The water is where Brad Snyder feels most free. He learned to swim in Florida when he was still a toddler and began competing when he was 11 years old. Later, Brad became the captain of his swim team at the United States Naval Academy.
"I think living life with a visual impairment, living life blind, living life dark is what seemed impossible to us in the weeks after I sustained the injury… what I found in the Paralympics is that even though I can't see, there's still a whole world of things I'm still capable of."
When an injured Brad returned home from Afghanistan, he had to learn to find his way through the dark. His family stayed by his side, helping the once-resilient soldier complete simple tasks such as eating, dressing and finding the bathroom.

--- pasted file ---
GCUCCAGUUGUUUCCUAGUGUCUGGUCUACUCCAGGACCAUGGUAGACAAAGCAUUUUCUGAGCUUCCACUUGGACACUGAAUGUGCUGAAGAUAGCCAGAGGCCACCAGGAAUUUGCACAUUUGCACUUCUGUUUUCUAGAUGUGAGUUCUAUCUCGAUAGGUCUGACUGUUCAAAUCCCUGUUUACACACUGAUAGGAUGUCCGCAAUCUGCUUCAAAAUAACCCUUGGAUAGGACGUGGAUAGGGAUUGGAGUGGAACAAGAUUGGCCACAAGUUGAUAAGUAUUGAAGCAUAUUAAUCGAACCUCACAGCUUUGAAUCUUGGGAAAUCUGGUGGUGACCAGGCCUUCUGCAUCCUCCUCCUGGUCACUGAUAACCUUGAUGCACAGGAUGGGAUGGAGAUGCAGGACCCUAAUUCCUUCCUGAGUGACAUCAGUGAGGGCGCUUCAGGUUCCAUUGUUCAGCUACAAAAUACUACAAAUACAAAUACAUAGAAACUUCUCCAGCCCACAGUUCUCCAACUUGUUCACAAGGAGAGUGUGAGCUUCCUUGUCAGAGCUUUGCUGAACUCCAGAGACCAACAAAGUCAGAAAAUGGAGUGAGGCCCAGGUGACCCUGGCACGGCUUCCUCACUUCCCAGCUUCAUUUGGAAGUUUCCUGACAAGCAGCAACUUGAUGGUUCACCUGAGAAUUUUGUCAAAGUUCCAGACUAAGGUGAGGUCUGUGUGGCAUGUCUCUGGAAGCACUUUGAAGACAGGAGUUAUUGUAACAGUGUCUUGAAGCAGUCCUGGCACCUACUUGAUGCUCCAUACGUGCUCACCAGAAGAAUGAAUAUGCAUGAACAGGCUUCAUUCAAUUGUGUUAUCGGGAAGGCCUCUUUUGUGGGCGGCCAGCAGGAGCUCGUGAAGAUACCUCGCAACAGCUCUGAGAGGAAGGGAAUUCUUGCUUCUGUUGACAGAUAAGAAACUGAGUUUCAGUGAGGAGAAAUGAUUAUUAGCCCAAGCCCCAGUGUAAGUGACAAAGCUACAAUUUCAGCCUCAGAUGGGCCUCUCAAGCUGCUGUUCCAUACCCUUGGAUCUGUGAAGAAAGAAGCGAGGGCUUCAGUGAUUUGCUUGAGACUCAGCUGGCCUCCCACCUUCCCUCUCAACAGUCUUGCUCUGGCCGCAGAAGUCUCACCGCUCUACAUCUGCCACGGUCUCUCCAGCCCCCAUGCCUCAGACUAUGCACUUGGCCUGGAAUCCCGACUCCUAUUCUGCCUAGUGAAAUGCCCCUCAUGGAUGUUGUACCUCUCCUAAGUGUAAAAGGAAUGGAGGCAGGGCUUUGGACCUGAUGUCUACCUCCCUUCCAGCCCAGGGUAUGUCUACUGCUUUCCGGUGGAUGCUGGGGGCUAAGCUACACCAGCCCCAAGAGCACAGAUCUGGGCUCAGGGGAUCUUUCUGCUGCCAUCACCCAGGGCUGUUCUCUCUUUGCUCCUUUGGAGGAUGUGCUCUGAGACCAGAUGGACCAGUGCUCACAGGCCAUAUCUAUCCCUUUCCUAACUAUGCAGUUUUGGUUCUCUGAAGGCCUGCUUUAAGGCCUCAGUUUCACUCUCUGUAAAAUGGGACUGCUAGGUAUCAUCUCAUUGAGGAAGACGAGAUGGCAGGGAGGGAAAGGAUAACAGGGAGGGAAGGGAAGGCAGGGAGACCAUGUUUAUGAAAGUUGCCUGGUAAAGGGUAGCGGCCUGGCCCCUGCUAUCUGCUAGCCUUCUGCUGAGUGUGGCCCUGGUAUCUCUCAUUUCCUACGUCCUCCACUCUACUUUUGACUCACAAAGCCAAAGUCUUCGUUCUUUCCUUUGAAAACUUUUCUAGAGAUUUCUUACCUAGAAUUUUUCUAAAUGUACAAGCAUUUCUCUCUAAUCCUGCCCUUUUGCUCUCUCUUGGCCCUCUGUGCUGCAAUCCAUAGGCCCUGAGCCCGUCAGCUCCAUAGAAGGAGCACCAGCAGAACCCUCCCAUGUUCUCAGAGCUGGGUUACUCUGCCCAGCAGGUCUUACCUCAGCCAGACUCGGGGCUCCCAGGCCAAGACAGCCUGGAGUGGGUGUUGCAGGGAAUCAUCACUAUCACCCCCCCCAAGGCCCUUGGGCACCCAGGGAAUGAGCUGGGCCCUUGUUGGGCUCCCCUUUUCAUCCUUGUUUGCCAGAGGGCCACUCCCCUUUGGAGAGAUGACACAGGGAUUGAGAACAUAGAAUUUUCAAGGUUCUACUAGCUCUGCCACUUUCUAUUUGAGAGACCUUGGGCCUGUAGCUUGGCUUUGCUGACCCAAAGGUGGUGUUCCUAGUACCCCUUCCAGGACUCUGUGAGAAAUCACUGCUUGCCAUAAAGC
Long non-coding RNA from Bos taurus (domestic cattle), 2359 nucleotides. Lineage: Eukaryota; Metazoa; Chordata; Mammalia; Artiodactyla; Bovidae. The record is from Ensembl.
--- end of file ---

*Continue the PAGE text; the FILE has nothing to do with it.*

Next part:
Quote I want for [my story] to go out into the atmosphere and inspire the next generation of athletes to dream about being on that Paralympic podium. Unquote
Just months into recovery, Brad decided to return to the waters that he found so familiar. One year to the day after his losing his eyesight while on duty, he proudly stood on the Paralympic podium to take home the gold for Team USA. Among swimmers with complete visual impairment, Brad is the current world-record holder for the 100-meter freestyle.
Today, Brad has a new ambition: to adopt a second sport and compete in the Paratriathlon in Tokyo 2020.
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